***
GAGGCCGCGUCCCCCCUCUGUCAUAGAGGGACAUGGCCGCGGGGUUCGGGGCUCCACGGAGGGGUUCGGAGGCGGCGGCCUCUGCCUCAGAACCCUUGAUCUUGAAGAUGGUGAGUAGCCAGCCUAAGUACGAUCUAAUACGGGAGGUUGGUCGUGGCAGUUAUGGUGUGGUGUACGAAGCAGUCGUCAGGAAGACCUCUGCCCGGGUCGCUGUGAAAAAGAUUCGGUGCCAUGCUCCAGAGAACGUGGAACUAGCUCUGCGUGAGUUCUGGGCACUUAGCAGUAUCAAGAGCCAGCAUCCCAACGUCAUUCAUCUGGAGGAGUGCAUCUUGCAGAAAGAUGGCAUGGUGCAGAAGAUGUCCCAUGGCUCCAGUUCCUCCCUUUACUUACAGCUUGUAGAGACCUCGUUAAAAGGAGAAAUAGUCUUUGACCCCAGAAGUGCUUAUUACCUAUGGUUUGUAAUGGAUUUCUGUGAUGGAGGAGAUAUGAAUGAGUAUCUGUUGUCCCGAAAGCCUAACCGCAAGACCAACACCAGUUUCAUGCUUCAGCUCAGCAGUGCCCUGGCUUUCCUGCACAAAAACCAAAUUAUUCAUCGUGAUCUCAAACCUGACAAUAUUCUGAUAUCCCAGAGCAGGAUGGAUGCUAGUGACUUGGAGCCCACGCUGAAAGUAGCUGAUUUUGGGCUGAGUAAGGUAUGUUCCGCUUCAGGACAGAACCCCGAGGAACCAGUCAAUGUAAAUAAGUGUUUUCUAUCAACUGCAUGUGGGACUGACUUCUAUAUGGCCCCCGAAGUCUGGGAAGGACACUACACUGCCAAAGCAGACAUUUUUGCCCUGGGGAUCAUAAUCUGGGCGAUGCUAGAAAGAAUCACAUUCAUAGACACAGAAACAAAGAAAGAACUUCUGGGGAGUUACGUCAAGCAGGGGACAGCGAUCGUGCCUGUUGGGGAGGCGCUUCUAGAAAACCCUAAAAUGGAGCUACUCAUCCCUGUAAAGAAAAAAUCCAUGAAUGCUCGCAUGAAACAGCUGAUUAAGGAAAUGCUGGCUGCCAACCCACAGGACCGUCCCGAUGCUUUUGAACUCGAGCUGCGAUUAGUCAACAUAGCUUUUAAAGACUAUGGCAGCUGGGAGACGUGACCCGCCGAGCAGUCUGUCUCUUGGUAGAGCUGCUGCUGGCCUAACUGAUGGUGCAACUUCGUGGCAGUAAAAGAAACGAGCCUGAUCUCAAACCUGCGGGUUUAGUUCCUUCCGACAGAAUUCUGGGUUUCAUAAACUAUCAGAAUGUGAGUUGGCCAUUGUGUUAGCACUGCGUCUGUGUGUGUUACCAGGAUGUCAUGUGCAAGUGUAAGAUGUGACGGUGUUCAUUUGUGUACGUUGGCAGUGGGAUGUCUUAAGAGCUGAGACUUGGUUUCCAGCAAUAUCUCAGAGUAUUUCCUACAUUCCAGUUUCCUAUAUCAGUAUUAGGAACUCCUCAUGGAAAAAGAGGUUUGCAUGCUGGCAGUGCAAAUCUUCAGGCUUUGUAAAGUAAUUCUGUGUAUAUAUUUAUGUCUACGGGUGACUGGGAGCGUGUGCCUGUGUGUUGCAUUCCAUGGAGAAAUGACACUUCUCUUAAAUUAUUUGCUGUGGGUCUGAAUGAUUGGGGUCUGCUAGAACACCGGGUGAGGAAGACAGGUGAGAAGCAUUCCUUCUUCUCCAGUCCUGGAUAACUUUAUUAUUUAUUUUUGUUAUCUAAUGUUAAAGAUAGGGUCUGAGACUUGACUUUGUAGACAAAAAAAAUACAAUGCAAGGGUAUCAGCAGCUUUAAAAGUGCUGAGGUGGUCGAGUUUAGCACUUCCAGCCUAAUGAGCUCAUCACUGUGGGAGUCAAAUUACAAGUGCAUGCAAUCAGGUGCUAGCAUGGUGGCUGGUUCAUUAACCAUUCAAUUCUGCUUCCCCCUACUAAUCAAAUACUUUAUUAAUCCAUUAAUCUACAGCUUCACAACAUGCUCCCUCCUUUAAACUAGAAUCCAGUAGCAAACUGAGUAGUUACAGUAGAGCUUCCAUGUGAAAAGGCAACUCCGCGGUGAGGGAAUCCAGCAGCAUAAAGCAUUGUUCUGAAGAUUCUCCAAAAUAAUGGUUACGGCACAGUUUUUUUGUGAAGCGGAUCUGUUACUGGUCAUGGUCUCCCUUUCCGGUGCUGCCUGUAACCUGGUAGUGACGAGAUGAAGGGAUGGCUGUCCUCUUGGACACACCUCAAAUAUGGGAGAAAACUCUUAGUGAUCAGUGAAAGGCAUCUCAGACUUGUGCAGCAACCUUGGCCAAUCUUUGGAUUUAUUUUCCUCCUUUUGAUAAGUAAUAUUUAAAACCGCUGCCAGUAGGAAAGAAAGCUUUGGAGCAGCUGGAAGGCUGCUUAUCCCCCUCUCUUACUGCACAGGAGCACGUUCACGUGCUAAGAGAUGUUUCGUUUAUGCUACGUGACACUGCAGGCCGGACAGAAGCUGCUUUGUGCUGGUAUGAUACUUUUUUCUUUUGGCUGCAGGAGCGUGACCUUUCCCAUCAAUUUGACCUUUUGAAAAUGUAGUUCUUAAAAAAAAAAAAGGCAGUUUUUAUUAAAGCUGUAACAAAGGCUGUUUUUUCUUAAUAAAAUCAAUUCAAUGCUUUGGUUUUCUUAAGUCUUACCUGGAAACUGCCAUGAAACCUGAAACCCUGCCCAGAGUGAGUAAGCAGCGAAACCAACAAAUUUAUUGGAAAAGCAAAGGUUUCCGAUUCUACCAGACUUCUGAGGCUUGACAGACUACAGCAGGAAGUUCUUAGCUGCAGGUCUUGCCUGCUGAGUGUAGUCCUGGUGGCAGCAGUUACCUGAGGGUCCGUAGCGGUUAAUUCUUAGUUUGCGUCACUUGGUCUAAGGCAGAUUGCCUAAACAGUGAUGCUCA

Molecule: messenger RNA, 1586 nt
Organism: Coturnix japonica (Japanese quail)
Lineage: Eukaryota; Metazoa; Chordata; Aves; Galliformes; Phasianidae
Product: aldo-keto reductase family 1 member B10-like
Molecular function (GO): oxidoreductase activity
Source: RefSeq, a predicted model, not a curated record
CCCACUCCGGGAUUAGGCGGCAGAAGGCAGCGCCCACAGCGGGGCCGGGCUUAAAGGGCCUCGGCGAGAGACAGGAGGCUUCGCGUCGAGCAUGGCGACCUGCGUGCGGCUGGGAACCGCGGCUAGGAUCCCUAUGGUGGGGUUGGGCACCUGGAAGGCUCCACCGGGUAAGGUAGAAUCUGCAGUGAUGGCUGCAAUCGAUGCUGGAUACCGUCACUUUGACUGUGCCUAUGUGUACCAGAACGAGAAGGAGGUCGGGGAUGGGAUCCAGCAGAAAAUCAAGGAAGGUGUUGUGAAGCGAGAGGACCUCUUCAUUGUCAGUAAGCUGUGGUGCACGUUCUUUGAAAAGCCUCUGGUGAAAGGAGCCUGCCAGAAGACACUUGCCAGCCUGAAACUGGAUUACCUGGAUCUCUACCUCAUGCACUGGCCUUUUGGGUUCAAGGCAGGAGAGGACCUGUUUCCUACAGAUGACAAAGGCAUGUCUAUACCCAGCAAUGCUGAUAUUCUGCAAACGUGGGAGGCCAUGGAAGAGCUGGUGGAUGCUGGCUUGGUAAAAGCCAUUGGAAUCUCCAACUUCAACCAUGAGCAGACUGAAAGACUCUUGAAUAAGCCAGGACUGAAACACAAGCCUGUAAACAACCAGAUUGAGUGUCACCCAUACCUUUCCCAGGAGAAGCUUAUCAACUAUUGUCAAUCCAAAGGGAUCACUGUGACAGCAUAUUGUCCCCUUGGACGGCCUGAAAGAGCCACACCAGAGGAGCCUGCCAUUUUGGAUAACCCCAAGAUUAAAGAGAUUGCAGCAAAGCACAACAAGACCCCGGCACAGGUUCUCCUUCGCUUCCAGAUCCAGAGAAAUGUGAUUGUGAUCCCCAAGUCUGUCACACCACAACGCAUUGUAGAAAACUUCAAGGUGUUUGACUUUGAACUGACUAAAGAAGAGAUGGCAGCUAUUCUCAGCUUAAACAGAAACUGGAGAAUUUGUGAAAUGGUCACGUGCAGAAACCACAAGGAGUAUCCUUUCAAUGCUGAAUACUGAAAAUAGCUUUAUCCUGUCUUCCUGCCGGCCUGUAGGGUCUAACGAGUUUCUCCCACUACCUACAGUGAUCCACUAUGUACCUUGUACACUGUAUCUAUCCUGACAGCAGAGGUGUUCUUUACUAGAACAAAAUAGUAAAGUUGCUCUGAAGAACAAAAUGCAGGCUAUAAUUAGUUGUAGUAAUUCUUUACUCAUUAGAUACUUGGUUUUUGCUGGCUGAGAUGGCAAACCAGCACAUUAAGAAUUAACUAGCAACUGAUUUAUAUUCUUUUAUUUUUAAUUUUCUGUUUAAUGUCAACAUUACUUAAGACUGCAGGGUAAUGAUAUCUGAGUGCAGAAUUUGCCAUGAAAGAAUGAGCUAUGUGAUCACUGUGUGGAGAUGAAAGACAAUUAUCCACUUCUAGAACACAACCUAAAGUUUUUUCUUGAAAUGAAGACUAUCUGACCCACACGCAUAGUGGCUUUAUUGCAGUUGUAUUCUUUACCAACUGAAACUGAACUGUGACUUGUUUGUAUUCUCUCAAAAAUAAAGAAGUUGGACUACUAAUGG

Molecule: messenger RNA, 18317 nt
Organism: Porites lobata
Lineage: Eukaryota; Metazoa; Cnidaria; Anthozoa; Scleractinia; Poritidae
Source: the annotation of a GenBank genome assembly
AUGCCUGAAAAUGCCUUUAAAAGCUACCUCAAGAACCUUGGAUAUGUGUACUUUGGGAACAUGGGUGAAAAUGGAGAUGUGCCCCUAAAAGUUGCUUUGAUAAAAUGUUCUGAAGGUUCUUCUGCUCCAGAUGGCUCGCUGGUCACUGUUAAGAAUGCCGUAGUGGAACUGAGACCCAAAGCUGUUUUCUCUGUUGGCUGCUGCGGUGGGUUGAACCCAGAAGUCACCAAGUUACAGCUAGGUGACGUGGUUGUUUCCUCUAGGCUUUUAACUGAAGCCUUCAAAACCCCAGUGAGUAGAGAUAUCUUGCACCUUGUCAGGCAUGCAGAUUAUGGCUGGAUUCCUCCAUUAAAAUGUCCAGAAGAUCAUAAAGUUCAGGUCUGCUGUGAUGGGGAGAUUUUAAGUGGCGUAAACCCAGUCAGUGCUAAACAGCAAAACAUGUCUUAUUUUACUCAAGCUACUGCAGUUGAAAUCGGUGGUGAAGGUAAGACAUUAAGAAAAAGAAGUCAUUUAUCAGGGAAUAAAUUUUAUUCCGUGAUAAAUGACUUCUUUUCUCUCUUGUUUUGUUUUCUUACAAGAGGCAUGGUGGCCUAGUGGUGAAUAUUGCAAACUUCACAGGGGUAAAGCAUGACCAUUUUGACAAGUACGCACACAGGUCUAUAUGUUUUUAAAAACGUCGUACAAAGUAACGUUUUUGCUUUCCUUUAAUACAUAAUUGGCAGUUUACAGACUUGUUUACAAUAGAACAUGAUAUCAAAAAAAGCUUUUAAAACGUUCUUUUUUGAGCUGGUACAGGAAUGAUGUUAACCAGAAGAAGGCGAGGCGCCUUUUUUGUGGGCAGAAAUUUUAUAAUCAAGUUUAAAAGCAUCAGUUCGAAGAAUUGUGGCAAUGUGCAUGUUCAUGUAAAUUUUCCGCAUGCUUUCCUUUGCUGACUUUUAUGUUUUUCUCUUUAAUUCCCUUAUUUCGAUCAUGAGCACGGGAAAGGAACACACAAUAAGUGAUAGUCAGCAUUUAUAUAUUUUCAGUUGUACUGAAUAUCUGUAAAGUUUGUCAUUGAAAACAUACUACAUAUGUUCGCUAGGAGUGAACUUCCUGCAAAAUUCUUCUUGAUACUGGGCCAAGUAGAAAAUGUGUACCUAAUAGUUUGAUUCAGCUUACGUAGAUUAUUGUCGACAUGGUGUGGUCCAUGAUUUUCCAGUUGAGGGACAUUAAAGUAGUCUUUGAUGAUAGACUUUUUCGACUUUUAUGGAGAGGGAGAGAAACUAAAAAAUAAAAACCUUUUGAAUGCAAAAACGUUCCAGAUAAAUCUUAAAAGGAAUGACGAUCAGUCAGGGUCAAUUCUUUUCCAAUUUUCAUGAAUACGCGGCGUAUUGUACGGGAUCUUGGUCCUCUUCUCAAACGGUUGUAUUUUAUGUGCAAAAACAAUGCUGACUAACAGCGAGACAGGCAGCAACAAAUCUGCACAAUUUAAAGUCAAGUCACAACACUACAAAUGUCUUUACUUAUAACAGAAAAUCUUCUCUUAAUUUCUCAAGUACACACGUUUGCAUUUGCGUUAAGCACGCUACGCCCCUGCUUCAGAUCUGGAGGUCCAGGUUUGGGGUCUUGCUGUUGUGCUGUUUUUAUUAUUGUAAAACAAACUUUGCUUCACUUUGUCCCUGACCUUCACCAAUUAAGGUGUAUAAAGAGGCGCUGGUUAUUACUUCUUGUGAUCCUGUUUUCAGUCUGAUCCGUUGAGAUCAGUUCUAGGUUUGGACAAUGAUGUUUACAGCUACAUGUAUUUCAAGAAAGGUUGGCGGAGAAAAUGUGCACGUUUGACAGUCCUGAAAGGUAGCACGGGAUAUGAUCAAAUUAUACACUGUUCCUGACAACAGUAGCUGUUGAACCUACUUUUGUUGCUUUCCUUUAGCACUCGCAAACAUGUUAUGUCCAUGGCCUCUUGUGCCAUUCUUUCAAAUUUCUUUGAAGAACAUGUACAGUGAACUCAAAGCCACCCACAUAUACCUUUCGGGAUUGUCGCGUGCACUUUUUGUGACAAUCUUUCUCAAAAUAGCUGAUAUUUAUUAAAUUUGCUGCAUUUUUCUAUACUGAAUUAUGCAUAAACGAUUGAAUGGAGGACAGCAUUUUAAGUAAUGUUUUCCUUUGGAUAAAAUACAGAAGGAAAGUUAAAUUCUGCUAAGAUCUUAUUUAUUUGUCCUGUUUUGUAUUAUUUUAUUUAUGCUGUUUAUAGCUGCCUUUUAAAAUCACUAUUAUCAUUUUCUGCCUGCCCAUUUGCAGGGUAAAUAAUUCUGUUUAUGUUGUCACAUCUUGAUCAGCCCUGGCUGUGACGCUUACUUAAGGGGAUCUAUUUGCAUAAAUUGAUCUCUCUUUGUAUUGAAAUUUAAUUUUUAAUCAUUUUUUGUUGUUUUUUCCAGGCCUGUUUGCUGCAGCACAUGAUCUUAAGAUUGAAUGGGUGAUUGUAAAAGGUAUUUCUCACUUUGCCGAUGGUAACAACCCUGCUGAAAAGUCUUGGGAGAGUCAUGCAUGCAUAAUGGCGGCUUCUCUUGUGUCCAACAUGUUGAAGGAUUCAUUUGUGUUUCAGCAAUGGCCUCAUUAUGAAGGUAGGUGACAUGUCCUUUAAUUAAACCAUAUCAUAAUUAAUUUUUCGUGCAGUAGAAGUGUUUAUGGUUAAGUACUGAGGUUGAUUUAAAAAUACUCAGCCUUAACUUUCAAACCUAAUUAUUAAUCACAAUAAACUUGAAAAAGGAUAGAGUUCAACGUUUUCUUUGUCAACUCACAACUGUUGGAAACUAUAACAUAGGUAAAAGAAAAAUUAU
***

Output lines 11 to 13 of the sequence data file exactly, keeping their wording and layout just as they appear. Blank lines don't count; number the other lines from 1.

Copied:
Lineage: Eukaryota; Metazoa; Cnidaria; Anthozoa; Scleractinia; Poritidae
Source: the annotation of a GenBank genome assembly
AUGCCUGAAAAUGCCUUUAAAAGCUACCUCAAGAACCUUGGAUAUGUGUACUUUGGGAACAUGGGUGAAAAUGGAGAUGUGCCCCUAAAAGUUGCUUUGAUAAAAUGUUCUGAAGGUUCUUCUGCUCCAGAUGGCUCGCUGGUCACUGUUAAGAAUGCCGUAGUGGAACUGAGACCCAAAGCUGUUUUCUCUGUUGGCUGCUGCGGUGGGUUGAACCCAGAAGUCACCAAGUUACAGCUAGGUGACGUGGUUGUUUCCUCUAGGCUUUUAACUGAAGCCUUCAAAACCCCAGUGAGUAGAGAUAUCUUGCACCUUGUCAGGCAUGCAGAUUAUGGCUGGAUUCCUCCAUUAAAAUGUCCAGAAGAUCAUAAAGUUCAGGUCUGCUGUGAUGGGGAGAUUUUAAGUGGCGUAAACCCAGUCAGUGCUAAACAGCAAAACAUGUCUUAUUUUACUCAAGCUACUGCAGUUGAAAUCGGUGGUGAAGGUAAGACAUUAAGAAAAAGAAGUCAUUUAUCAGGGAAUAAAUUUUAUUCCGUGAUAAAUGACUUCUUUUCUCUCUUGUUUUGUUUUCUUACAAGAGGCAUGGUGGCCUAGUGGUGAAUAUUGCAAACUUCACAGGGGUAAAGCAUGACCAUUUUGACAAGUACGCACACAGGUCUAUAUGUUUUUAAAAACGUCGUACAAAGUAACGUUUUUGCUUUCCUUUAAUACAUAAUUGGCAGUUUACAGACUUGUUUACAAUAGAACAUGAUAUCAAAAAAAGCUUUUAAAACGUUCUUUUUUGAGCUGGUACAGGAAUGAUGUUAACCAGAAGAAGGCGAGGCGCCUUUUUUGUGGGCAGAAAUUUUAUAAUCAAGUUUAAAAGCAUCAGUUCGAAGAAUUGUGGCAAUGUGCAUGUUCAUGUAAAUUUUCCGCAUGCUUUCCUUUGCUGACUUUUAUGUUUUUCUCUUUAAUUCCCUUAUUUCGAUCAUGAGCACGGGAAAGGAACACACAAUAAGUGAUAGUCAGCAUUUAUAUAUUUUCAGUUGUACUGAAUAUCUGUAAAGUUUGUCAUUGAAAACAUACUACAUAUGUUCGCUAGGAGUGAACUUCCUGCAAAAUUCUUCUUGAUACUGGGCCAAGUAGAAAAUGUGUACCUAAUAGUUUGAUUCAGCUUACGUAGAUUAUUGUCGACAUGGUGUGGUCCAUGAUUUUCCAGUUGAGGGACAUUAAAGUAGUCUUUGAUGAUAGACUUUUUCGACUUUUAUGGAGAGGGAGAGAAACUAAAAAAUAAAAACCUUUUGAAUGCAAAAACGUUCCAGAUAAAUCUUAAAAGGAAUGACGAUCAGUCAGGGUCAAUUCUUUUCCAAUUUUCAUGAAUACGCGGCGUAUUGUACGGGAUCUUGGUCCUCUUCUCAAACGGUUGUAUUUUAUGUGCAAAAACAAUGCUGACUAACAGCGAGACAGGCAGCAACAAAUCUGCACAAUUUAAAGUCAAGUCACAACACUACAAAUGUCUUUACUUAUAACAGAAAAUCUUCUCUUAAUUUCUCAAGUACACACGUUUGCAUUUGCGUUAAGCACGCUACGCCCCUGCUUCAGAUCUGGAGGUCCAGGUUUGGGGUCUUGCUGUUGUGCUGUUUUUAUUAUUGUAAAACAAACUUUGCUUCACUUUGUCCCUGACCUUCACCAAUUAAGGUGUAUAAAGAGGCGCUGGUUAUUACUUCUUGUGAUCCUGUUUUCAGUCUGAUCCGUUGAGAUCAGUUCUAGGUUUGGACAAUGAUGUUUACAGCUACAUGUAUUUCAAGAAAGGUUGGCGGAGAAAAUGUGCACGUUUGACAGUCCUGAAAGGUAGCACGGGAUAUGAUCAAAUUAUACACUGUUCCUGACAACAGUAGCUGUUGAACCUACUUUUGUUGCUUUCCUUUAGCACUCGCAAACAUGUUAUGUCCAUGGCCUCUUGUGCCAUUCUUUCAAAUUUCUUUGAAGAACAUGUACAGUGAACUCAAAGCCACCCACAUAUACCUUUCGGGAUUGUCGCGUGCACUUUUUGUGACAAUCUUUCUCAAAAUAGCUGAUAUUUAUUAAAUUUGCUGCAUUUUUCUAUACUGAAUUAUGCAUAAACGAUUGAAUGGAGGACAGCAUUUUAAGUAAUGUUUUCCUUUGGAUAAAAUACAGAAGGAAAGUUAAAUUCUGCUAAGAUCUUAUUUAUUUGUCCUGUUUUGUAUUAUUUUAUUUAUGCUGUUUAUAGCUGCCUUUUAAAAUCACUAUUAUCAUUUUCUGCCUGCCCAUUUGCAGGGUAAAUAAUUCUGUUUAUGUUGUCACAUCUUGAUCAGCCCUGGCUGUGACGCUUACUUAAGGGGAUCUAUUUGCAUAAAUUGAUCUCUCUUUGUAUUGAAAUUUAAUUUUUAAUCAUUUUUUGUUGUUUUUUCCAGGCCUGUUUGCUGCAGCACAUGAUCUUAAGAUUGAAUGGGUGAUUGUAAAAGGUAUUUCUCACUUUGCCGAUGGUAACAACCCUGCUGAAAAGUCUUGGGAGAGUCAUGCAUGCAUAAUGGCGGCUUCUCUUGUGUCCAACAUGUUGAAGGAUUCAUUUGUGUUUCAGCAAUGGCCUCAUUAUGAAGGUAGGUGACAUGUCCUUUAAUUAAACCAUAUCAUAAUUAAUUUUUCGUGCAGUAGAAGUGUUUAUGGUUAAGUACUGAGGUUGAUUUAAAAAUACUCAGCCUUAACUUUCAAACCUAAUUAUUAAUCACAAUAAACUUGAAAAAGGAUAGAGUUCAACGUUUUCUUUGUCAACUCACAACUGUUGGAAACUAUAACAUAGGUAAAAGAAAAAUUAU